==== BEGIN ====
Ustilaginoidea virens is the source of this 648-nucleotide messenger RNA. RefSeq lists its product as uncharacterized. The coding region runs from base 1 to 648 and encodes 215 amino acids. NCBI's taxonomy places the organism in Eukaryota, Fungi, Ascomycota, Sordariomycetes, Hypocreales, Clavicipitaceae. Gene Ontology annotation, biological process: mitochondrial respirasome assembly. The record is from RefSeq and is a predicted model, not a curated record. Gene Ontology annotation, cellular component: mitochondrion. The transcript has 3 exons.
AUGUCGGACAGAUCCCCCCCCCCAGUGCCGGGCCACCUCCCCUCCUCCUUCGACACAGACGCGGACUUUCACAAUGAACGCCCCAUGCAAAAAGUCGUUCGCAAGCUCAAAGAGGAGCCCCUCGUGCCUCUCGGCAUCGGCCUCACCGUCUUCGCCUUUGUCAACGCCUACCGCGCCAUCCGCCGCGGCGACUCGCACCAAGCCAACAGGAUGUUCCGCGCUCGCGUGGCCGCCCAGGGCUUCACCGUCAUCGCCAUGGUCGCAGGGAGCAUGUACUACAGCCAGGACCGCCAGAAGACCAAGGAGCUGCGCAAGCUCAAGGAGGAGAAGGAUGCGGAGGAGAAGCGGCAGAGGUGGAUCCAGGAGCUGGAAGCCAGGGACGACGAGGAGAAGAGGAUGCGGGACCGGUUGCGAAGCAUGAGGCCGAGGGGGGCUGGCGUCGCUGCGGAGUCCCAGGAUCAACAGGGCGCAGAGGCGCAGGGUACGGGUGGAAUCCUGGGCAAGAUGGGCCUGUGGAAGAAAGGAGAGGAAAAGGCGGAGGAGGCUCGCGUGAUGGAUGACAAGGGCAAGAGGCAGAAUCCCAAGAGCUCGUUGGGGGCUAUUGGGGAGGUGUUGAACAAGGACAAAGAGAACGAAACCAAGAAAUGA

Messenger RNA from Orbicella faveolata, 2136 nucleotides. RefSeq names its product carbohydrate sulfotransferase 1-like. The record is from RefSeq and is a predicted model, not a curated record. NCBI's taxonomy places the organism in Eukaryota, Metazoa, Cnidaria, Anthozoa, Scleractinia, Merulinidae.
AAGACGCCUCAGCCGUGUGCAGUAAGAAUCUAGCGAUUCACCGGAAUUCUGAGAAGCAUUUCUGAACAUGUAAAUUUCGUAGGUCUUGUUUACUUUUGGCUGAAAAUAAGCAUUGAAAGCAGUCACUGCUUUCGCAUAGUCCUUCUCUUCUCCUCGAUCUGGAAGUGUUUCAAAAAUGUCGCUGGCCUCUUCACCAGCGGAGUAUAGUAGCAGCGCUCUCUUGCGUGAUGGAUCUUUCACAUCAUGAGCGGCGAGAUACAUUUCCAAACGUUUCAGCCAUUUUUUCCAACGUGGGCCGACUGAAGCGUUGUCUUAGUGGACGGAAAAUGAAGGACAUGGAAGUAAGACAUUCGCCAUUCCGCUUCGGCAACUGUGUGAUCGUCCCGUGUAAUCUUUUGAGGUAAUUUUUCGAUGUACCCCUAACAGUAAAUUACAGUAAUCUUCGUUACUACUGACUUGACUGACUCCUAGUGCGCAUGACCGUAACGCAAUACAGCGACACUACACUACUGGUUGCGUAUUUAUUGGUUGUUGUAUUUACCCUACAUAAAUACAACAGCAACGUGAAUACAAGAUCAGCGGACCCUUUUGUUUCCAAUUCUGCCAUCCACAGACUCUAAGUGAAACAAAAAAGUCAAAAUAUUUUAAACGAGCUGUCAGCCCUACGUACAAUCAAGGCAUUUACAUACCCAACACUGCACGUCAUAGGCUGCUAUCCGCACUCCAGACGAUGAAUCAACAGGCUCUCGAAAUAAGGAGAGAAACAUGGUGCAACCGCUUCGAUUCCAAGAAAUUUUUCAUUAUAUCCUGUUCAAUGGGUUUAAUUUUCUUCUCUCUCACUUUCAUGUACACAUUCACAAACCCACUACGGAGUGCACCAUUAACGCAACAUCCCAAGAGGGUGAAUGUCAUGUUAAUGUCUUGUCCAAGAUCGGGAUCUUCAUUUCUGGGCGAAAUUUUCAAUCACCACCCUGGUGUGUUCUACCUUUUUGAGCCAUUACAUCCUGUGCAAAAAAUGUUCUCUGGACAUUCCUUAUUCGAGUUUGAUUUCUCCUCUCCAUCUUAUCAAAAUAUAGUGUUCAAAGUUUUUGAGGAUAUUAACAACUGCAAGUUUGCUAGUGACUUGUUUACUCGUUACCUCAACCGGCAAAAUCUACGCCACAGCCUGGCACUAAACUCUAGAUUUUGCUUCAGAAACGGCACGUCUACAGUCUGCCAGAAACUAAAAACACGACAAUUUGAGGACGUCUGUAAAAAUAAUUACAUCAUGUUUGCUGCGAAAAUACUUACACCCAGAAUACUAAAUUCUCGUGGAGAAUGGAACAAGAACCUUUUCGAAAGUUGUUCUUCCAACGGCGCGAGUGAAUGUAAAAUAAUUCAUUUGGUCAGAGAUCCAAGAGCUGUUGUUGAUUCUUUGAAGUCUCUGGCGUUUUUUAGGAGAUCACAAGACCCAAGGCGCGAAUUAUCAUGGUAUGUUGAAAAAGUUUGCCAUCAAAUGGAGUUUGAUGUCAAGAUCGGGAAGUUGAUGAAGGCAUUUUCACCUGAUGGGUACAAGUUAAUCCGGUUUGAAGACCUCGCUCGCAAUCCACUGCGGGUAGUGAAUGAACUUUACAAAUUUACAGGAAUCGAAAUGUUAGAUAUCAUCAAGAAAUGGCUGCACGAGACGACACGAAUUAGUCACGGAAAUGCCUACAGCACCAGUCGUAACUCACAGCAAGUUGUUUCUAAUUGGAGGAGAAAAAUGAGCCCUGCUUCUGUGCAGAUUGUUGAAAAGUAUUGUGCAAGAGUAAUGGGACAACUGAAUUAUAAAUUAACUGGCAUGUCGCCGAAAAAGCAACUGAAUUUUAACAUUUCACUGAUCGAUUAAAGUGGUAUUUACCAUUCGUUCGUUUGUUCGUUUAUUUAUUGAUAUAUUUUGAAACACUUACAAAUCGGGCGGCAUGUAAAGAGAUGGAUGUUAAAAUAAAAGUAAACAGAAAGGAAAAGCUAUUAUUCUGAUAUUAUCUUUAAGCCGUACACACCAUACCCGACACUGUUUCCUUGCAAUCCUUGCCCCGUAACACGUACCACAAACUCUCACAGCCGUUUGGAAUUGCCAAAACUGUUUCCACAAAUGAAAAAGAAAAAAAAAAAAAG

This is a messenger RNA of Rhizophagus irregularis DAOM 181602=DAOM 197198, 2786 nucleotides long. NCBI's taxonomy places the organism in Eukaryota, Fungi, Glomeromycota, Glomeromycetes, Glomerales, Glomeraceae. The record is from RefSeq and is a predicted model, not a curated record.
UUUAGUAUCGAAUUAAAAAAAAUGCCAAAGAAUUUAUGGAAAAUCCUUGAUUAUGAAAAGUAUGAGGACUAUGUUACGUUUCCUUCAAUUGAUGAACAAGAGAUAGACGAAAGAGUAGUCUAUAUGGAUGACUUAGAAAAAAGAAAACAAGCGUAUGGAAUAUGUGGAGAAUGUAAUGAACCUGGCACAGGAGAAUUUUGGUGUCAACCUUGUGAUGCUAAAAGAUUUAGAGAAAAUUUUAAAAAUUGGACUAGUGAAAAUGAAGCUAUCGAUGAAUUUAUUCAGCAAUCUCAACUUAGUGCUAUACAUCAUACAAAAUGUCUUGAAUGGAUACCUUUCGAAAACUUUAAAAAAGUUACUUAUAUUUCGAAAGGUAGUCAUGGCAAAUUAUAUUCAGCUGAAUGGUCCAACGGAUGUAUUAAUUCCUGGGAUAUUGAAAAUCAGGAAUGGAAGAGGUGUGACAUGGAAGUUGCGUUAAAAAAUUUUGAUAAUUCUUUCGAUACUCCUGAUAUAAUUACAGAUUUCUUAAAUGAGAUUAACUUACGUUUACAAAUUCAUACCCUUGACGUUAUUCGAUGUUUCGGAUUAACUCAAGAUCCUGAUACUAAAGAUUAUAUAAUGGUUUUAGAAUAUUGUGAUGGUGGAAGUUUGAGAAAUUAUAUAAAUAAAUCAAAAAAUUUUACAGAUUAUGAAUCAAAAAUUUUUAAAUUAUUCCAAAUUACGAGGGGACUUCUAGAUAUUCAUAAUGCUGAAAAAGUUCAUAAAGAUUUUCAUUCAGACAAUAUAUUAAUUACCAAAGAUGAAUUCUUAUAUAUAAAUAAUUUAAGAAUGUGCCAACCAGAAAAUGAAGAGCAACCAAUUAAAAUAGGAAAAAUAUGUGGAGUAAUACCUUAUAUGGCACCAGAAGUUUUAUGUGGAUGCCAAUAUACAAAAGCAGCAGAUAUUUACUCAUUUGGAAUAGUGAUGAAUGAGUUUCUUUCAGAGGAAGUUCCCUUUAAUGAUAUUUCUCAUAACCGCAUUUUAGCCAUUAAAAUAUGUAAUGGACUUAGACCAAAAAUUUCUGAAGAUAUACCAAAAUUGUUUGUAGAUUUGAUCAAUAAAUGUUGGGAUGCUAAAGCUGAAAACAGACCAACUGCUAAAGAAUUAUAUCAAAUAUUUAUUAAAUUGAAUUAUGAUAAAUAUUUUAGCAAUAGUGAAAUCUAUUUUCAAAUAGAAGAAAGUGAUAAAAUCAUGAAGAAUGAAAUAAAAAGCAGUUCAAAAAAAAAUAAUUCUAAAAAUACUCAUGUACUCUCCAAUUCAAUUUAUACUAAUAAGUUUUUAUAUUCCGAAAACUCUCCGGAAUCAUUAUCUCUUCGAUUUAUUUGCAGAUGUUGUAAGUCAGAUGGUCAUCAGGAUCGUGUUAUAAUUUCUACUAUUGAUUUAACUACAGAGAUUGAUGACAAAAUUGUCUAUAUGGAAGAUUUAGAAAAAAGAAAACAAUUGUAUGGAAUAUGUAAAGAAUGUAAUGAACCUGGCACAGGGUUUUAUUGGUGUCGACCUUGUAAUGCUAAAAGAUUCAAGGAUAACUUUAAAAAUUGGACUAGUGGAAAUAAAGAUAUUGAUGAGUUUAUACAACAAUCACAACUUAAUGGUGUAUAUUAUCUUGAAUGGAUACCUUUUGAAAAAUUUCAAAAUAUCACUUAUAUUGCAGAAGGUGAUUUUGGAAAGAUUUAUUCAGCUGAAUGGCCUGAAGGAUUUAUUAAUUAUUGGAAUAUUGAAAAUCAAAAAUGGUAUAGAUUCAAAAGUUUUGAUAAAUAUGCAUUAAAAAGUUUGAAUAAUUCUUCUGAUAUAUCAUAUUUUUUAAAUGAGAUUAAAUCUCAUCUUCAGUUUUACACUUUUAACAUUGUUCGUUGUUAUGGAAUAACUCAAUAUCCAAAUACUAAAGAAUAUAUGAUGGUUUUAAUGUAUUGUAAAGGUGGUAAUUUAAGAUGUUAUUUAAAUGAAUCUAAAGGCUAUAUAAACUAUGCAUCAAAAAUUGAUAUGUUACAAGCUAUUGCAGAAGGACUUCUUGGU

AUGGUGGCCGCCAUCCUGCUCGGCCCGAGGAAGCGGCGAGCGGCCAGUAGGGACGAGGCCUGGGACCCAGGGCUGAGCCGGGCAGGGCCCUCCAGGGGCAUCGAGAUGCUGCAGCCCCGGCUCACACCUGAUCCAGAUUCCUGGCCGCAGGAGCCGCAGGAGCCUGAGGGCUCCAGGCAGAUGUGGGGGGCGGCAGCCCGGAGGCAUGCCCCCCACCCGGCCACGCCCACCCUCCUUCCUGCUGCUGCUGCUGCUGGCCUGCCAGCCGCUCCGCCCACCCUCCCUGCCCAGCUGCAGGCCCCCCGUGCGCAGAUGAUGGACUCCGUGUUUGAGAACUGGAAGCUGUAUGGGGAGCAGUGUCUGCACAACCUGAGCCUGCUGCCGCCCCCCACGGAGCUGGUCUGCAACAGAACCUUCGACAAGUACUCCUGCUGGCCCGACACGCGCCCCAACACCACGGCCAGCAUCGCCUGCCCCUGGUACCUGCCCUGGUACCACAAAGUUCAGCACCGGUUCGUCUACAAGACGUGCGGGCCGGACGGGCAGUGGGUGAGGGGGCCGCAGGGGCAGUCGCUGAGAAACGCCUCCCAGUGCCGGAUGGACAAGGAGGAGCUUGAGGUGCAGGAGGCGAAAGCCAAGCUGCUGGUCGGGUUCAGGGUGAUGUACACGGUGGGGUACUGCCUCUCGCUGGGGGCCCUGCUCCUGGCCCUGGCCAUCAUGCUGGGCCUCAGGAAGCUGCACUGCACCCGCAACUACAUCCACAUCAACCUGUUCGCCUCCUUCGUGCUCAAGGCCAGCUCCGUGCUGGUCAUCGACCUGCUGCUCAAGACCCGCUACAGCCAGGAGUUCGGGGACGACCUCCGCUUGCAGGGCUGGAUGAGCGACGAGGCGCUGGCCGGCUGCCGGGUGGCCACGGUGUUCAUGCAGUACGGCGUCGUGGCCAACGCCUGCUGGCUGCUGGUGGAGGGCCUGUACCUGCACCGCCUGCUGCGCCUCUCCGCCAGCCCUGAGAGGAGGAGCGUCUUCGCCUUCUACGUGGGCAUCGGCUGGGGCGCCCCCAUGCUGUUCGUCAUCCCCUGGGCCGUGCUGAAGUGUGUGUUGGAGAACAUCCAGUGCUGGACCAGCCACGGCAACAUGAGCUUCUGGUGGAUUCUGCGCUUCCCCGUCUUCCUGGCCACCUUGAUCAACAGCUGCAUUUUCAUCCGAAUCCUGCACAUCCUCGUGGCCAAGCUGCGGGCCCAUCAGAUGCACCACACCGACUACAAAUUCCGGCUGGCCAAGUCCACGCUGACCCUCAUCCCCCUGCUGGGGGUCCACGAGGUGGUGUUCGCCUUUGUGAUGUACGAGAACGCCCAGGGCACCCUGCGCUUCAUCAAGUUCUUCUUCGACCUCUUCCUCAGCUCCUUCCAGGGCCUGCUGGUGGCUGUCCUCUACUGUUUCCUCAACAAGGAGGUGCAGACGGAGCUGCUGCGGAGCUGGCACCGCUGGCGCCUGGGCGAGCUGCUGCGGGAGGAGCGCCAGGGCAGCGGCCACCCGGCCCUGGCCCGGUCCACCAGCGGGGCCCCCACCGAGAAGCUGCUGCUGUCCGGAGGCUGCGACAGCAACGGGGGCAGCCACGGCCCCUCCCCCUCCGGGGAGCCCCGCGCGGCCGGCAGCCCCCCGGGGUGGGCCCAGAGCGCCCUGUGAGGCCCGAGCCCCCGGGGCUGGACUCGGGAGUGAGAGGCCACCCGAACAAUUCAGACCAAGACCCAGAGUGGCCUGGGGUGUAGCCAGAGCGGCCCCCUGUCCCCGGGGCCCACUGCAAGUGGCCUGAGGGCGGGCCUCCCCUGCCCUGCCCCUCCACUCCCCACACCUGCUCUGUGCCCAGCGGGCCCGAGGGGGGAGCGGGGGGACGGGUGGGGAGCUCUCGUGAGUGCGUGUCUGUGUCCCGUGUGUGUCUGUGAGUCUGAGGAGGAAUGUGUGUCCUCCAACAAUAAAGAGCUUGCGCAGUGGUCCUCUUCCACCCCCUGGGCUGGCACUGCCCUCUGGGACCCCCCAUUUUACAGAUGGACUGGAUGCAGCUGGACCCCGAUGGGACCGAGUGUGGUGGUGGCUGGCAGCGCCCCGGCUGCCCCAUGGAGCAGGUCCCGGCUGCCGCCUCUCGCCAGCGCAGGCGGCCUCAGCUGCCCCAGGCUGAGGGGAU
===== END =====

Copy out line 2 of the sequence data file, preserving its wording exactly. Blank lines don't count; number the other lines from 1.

AUGUCGGACAGAUCCCCCCCCCCAGUGCCGGGCCACCUCCCCUCCUCCUUCGACACAGACGCGGACUUUCACAAUGAACGCCCCAUGCAAAAAGUCGUUCGCAAGCUCAAAGAGGAGCCCCUCGUGCCUCUCGGCAUCGGCCUCACCGUCUUCGCCUUUGUCAACGCCUACCGCGCCAUCCGCCGCGGCGACUCGCACCAAGCCAACAGGAUGUUCCGCGCUCGCGUGGCCGCCCAGGGCUUCACCGUCAUCGCCAUGGUCGCAGGGAGCAUGUACUACAGCCAGGACCGCCAGAAGACCAAGGAGCUGCGCAAGCUCAAGGAGGAGAAGGAUGCGGAGGAGAAGCGGCAGAGGUGGAUCCAGGAGCUGGAAGCCAGGGACGACGAGGAGAAGAGGAUGCGGGACCGGUUGCGAAGCAUGAGGCCGAGGGGGGCUGGCGUCGCUGCGGAGUCCCAGGAUCAACAGGGCGCAGAGGCGCAGGGUACGGGUGGAAUCCUGGGCAAGAUGGGCCUGUGGAAGAAAGGAGAGGAAAAGGCGGAGGAGGCUCGCGUGAUGGAUGACAAGGGCAAGAGGCAGAAUCCCAAGAGCUCGUUGGGGGCUAUUGGGGAGGUGUUGAACAAGGACAAAGAGAACGAAACCAAGAAAUGA